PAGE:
- Research article
- Open Access
Genetic variation in the genome-wide predicted estrogen response element-related sequences is associated with breast cancer development
Breast Cancer Research volume 13, Article number: R13 (2011)
Estrogen forms a complex with the estrogen receptor (ER) that binds to estrogen response elements (EREs) in the promoter region of estrogen-responsive genes, regulates their transcription, and consequently mediates physiological or tumorigenic effects. Thus, sequence variants in EREs have the potential to affect the estrogen-ER-ERE interaction. In this study, we examined the hypothesis that genetic variations of EREs are associated with breast cancer development.
This case-control study involved 815 patients of Asian descent with incident breast cancer and 821 healthy female controls. A total of 13,737 ERE sites in the whole genome predicted by a genome-wide computational algorithm were blasted with single-nucleotide polymorphism (SNP) sequences. Twenty-one SNPs located within 2,000 bp upstream or within introns 1 and 2 of putative genes and with a minor allele frequency greater than 5% were identified and genotyped. Frequencies of SNPs were compared between cases and controls to identify SNPs associated with cancer susceptibility.
A significant combined effect of rs12539530, an ERE SNP in intron 2 of NRCAM which codes for a cell adhesion molecule, and SNPs of ESR1, the gene coding for ER, on breast cancer risk was found. Interestingly, this combined effect was more significant in women who had experienced a longer period of lifetime estrogen exposure, supporting a hormonal etiology of this SNP in breast tumorigenesis.
Our findings provide support for a role of genetic variation in ERE-ESR1 in determining susceptibility of breast cancer development.
The roles of estrogen receptor α (ERα) in initiating tumor development in breast cancer, regulating progression and determining therapeutic protocols and efficacy are well documented [1–3]. Although ERα can be activated in an estrogen-independent manner, the classical activation mechanism involves ERα binding to estrogen and other coactivator proteins to form the estrogen-bound ER complex, which functions as a transcriptional regulator [4, 5]. The DNA-binding domain of ERα binds to estrogen response elements (EREs) in the promoter region of estrogen-responsive genes, activating or repressing their transcription and consequently mediating physiological or tumorigenic effects. Given that sequence variants, such as single-nucleotide polymorphisms (SNPs), located in the promoters of genes have the potential to affect the protein (transcription factor)-DNA (promoter) interaction, resulting in altered expression of target genes [6, 7], we decided that it was meaningful to examine the hypothesis that genetic variations of EREs might be associated with breast cancer development.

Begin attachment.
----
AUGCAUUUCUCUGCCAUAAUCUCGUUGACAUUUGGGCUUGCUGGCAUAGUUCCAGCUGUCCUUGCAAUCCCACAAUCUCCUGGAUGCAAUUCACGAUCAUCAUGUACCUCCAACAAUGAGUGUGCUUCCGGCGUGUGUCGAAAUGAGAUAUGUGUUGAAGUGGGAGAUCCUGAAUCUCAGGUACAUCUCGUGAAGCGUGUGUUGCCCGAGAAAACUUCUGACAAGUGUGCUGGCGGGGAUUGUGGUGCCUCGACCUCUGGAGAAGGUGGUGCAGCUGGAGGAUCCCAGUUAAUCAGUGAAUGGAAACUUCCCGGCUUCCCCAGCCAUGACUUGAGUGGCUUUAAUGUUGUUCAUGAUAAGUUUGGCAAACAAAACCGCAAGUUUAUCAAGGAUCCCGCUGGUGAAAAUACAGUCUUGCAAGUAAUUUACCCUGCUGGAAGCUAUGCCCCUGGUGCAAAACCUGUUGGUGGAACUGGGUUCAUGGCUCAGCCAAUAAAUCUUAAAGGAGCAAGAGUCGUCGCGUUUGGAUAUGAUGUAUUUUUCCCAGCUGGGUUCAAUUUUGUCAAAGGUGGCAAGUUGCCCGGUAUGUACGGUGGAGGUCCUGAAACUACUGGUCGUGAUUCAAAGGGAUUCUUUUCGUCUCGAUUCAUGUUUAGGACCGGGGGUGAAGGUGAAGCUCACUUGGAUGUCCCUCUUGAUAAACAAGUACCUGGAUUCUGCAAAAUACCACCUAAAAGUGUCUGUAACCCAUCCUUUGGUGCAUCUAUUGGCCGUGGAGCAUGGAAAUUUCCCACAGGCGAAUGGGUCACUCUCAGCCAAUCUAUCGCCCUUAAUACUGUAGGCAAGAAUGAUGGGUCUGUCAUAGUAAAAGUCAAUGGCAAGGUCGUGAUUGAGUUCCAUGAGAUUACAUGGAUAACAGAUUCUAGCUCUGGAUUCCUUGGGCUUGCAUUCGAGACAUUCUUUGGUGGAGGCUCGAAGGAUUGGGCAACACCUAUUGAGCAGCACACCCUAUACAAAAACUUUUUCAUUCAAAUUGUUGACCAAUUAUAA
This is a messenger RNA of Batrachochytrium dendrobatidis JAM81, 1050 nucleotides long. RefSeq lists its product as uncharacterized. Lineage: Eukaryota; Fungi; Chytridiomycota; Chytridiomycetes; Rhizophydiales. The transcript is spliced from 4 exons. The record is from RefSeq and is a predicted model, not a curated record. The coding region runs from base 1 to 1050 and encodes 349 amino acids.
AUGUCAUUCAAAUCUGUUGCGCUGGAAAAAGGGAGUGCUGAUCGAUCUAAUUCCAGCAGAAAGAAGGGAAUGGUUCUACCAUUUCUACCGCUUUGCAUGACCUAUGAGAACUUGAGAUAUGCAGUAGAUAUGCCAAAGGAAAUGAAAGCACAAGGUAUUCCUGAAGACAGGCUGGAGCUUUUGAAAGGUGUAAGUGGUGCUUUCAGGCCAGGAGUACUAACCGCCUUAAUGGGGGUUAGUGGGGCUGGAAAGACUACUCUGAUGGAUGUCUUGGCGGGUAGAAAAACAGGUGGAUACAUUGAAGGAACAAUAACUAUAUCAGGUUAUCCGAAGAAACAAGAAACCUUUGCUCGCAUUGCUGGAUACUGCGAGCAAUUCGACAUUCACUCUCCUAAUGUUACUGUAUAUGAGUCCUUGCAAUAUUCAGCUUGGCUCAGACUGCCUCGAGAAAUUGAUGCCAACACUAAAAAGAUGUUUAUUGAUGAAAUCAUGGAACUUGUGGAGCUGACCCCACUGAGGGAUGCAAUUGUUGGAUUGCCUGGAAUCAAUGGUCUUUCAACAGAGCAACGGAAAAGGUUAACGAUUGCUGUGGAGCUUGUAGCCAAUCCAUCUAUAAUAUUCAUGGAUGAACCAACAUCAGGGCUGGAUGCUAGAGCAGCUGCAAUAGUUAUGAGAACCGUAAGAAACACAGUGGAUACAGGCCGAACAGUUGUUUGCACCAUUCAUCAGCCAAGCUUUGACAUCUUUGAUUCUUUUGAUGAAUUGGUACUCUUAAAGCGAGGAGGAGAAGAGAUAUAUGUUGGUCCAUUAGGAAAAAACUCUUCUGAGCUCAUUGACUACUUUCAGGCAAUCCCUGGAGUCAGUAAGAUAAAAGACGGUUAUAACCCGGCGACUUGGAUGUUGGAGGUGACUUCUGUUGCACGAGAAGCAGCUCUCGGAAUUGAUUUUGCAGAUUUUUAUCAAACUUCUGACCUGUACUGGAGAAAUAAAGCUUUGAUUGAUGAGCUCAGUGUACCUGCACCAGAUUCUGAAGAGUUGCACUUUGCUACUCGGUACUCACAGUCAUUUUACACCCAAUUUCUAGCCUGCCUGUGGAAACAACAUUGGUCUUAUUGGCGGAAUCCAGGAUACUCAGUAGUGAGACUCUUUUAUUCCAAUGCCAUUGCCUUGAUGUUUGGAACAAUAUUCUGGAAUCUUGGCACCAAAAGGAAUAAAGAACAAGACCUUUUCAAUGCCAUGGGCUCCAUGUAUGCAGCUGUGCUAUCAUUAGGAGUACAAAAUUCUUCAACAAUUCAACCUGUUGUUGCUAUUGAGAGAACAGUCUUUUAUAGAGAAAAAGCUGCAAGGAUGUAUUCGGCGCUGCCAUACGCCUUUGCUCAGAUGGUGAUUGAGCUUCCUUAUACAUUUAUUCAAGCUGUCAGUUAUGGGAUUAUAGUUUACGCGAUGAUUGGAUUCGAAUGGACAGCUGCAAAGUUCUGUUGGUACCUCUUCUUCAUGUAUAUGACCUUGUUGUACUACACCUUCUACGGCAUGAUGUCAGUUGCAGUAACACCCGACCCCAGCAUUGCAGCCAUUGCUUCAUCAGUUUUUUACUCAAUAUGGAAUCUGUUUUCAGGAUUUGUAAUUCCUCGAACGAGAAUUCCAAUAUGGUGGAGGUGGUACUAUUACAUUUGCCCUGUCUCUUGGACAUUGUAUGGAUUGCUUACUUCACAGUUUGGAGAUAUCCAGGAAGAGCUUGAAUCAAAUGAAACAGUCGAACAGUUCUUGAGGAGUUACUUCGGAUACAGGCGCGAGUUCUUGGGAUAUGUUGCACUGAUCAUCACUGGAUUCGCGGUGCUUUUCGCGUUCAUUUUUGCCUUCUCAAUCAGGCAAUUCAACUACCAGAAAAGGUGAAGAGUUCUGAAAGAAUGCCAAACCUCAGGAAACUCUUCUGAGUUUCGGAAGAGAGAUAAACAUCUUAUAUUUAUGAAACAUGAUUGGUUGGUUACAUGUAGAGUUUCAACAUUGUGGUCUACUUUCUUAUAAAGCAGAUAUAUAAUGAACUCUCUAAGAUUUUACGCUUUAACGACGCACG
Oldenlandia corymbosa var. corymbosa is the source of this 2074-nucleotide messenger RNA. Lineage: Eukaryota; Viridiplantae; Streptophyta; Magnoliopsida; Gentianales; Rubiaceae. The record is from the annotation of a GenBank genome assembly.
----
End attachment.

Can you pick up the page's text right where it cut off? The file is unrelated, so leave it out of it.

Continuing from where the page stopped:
Early work on the Xenopus vitellogenin gene identified a minimal ERE core sequence of 5'-GGTCANNNTGACC-3' . Since then, several computational approaches have been used to map EREs on a genome-wide level on the basis of the presence of EREs within promoter proximal regions [9, 10]. By specifically focusing on promoter regions, 12,515 EREs have been identified in the human genome [10–12]. To distinguish between real binding sites and noise, several attempts have been made to improve the specificity of prediction. For instance, by eliminating EREs that are not conserved between the human and mouse genomes, the number of gene proximal EREs has been reduced to 660 [10, 11]. In this study, we used PReMod , a new database of genome-wide cis-regulatory modules, to predict all possible EREs in the genome. The prediction algorithm of PReMod takes into account the fact that, in higher eukaryotes, cis-regulatory regions often contain several phylogenetically conserved binding sites for different transcription factors [13, 14], and thus it has proven to be more reliable than other methods. Using the SNPs of the human genome available in databases, we searched for SNPs within these genome-wide predicted EREs and explored their association with breast cancer.